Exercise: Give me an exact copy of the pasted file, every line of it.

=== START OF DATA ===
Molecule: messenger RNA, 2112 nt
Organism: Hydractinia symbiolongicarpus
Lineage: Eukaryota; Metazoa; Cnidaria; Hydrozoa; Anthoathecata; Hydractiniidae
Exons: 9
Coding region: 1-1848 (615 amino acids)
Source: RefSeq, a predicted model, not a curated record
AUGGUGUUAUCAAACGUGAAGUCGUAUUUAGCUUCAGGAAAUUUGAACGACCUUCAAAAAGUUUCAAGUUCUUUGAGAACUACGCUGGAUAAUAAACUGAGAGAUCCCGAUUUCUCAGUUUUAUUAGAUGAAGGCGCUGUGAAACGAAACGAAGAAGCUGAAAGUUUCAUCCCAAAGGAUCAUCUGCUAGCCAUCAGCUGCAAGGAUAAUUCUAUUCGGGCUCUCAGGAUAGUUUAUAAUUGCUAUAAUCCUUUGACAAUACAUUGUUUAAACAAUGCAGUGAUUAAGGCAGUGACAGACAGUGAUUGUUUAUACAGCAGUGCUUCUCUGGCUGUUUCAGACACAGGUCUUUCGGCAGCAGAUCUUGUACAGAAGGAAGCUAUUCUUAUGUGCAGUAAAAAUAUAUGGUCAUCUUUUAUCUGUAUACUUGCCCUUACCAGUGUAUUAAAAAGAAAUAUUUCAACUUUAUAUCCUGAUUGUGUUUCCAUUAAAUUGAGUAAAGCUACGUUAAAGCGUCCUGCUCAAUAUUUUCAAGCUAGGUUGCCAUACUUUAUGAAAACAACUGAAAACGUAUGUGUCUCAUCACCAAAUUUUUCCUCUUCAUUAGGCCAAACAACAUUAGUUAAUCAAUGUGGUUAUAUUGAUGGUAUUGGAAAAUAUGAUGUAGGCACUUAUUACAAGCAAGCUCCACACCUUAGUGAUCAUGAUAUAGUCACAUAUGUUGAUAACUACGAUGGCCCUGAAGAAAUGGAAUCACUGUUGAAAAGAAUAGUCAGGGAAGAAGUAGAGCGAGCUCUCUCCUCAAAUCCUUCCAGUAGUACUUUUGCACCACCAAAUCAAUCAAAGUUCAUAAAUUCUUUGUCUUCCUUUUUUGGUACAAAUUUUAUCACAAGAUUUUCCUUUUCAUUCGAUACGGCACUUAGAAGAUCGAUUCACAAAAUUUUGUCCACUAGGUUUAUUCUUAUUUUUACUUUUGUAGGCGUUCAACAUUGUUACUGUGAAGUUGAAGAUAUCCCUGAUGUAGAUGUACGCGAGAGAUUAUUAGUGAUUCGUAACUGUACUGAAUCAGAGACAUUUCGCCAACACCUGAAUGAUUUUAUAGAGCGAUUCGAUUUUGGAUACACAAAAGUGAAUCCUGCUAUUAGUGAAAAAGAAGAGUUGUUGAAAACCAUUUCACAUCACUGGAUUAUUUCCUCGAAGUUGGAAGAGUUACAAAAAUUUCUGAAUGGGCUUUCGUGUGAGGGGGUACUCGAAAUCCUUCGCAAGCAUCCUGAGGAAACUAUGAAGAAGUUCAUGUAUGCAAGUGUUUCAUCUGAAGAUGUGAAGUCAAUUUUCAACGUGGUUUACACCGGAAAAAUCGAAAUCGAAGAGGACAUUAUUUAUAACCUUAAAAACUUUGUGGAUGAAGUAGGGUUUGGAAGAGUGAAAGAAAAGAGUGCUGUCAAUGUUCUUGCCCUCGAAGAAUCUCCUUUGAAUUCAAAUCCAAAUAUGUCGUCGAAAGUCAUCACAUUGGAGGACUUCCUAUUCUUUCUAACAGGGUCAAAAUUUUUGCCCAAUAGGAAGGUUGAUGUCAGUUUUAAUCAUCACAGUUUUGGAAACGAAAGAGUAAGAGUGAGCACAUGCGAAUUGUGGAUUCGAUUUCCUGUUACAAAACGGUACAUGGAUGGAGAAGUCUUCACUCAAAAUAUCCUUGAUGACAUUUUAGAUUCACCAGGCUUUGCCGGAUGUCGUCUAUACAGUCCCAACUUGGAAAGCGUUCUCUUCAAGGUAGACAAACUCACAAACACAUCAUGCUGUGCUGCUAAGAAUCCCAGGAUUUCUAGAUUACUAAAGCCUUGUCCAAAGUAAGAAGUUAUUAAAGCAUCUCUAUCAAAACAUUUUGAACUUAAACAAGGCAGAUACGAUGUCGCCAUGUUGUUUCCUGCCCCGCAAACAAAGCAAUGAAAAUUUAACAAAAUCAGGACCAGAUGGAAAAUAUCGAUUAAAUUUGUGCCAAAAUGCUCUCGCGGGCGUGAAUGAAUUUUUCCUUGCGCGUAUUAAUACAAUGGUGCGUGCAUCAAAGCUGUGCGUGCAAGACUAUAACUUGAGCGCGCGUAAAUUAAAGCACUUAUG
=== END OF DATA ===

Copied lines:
Molecule: messenger RNA, 2112 nt
Organism: Hydractinia symbiolongicarpus
Lineage: Eukaryota; Metazoa; Cnidaria; Hydrozoa; Anthoathecata; Hydractiniidae
Exons: 9
Coding region: 1-1848 (615 amino acids)
Source: RefSeq, a predicted model, not a curated record
AUGGUGUUAUCAAACGUGAAGUCGUAUUUAGCUUCAGGAAAUUUGAACGACCUUCAAAAAGUUUCAAGUUCUUUGAGAACUACGCUGGAUAAUAAACUGAGAGAUCCCGAUUUCUCAGUUUUAUUAGAUGAAGGCGCUGUGAAACGAAACGAAGAAGCUGAAAGUUUCAUCCCAAAGGAUCAUCUGCUAGCCAUCAGCUGCAAGGAUAAUUCUAUUCGGGCUCUCAGGAUAGUUUAUAAUUGCUAUAAUCCUUUGACAAUACAUUGUUUAAACAAUGCAGUGAUUAAGGCAGUGACAGACAGUGAUUGUUUAUACAGCAGUGCUUCUCUGGCUGUUUCAGACACAGGUCUUUCGGCAGCAGAUCUUGUACAGAAGGAAGCUAUUCUUAUGUGCAGUAAAAAUAUAUGGUCAUCUUUUAUCUGUAUACUUGCCCUUACCAGUGUAUUAAAAAGAAAUAUUUCAACUUUAUAUCCUGAUUGUGUUUCCAUUAAAUUGAGUAAAGCUACGUUAAAGCGUCCUGCUCAAUAUUUUCAAGCUAGGUUGCCAUACUUUAUGAAAACAACUGAAAACGUAUGUGUCUCAUCACCAAAUUUUUCCUCUUCAUUAGGCCAAACAACAUUAGUUAAUCAAUGUGGUUAUAUUGAUGGUAUUGGAAAAUAUGAUGUAGGCACUUAUUACAAGCAAGCUCCACACCUUAGUGAUCAUGAUAUAGUCACAUAUGUUGAUAACUACGAUGGCCCUGAAGAAAUGGAAUCACUGUUGAAAAGAAUAGUCAGGGAAGAAGUAGAGCGAGCUCUCUCCUCAAAUCCUUCCAGUAGUACUUUUGCACCACCAAAUCAAUCAAAGUUCAUAAAUUCUUUGUCUUCCUUUUUUGGUACAAAUUUUAUCACAAGAUUUUCCUUUUCAUUCGAUACGGCACUUAGAAGAUCGAUUCACAAAAUUUUGUCCACUAGGUUUAUUCUUAUUUUUACUUUUGUAGGCGUUCAACAUUGUUACUGUGAAGUUGAAGAUAUCCCUGAUGUAGAUGUACGCGAGAGAUUAUUAGUGAUUCGUAACUGUACUGAAUCAGAGACAUUUCGCCAACACCUGAAUGAUUUUAUAGAGCGAUUCGAUUUUGGAUACACAAAAGUGAAUCCUGCUAUUAGUGAAAAAGAAGAGUUGUUGAAAACCAUUUCACAUCACUGGAUUAUUUCCUCGAAGUUGGAAGAGUUACAAAAAUUUCUGAAUGGGCUUUCGUGUGAGGGGGUACUCGAAAUCCUUCGCAAGCAUCCUGAGGAAACUAUGAAGAAGUUCAUGUAUGCAAGUGUUUCAUCUGAAGAUGUGAAGUCAAUUUUCAACGUGGUUUACACCGGAAAAAUCGAAAUCGAAGAGGACAUUAUUUAUAACCUUAAAAACUUUGUGGAUGAAGUAGGGUUUGGAAGAGUGAAAGAAAAGAGUGCUGUCAAUGUUCUUGCCCUCGAAGAAUCUCCUUUGAAUUCAAAUCCAAAUAUGUCGUCGAAAGUCAUCACAUUGGAGGACUUCCUAUUCUUUCUAACAGGGUCAAAAUUUUUGCCCAAUAGGAAGGUUGAUGUCAGUUUUAAUCAUCACAGUUUUGGAAACGAAAGAGUAAGAGUGAGCACAUGCGAAUUGUGGAUUCGAUUUCCUGUUACAAAACGGUACAUGGAUGGAGAAGUCUUCACUCAAAAUAUCCUUGAUGACAUUUUAGAUUCACCAGGCUUUGCCGGAUGUCGUCUAUACAGUCCCAACUUGGAAAGCGUUCUCUUCAAGGUAGACAAACUCACAAACACAUCAUGCUGUGCUGCUAAGAAUCCCAGGAUUUCUAGAUUACUAAAGCCUUGUCCAAAGUAAGAAGUUAUUAAAGCAUCUCUAUCAAAACAUUUUGAACUUAAACAAGGCAGAUACGAUGUCGCCAUGUUGUUUCCUGCCCCGCAAACAAAGCAAUGAAAAUUUAACAAAAUCAGGACCAGAUGGAAAAUAUCGAUUAAAUUUGUGCCAAAAUGCUCUCGCGGGCGUGAAUGAAUUUUUCCUUGCGCGUAUUAAUACAAUGGUGCGUGCAUCAAAGCUGUGCGUGCAAGACUAUAACUUGAGCGCGCGUAAAUUAAAGCACUUAUG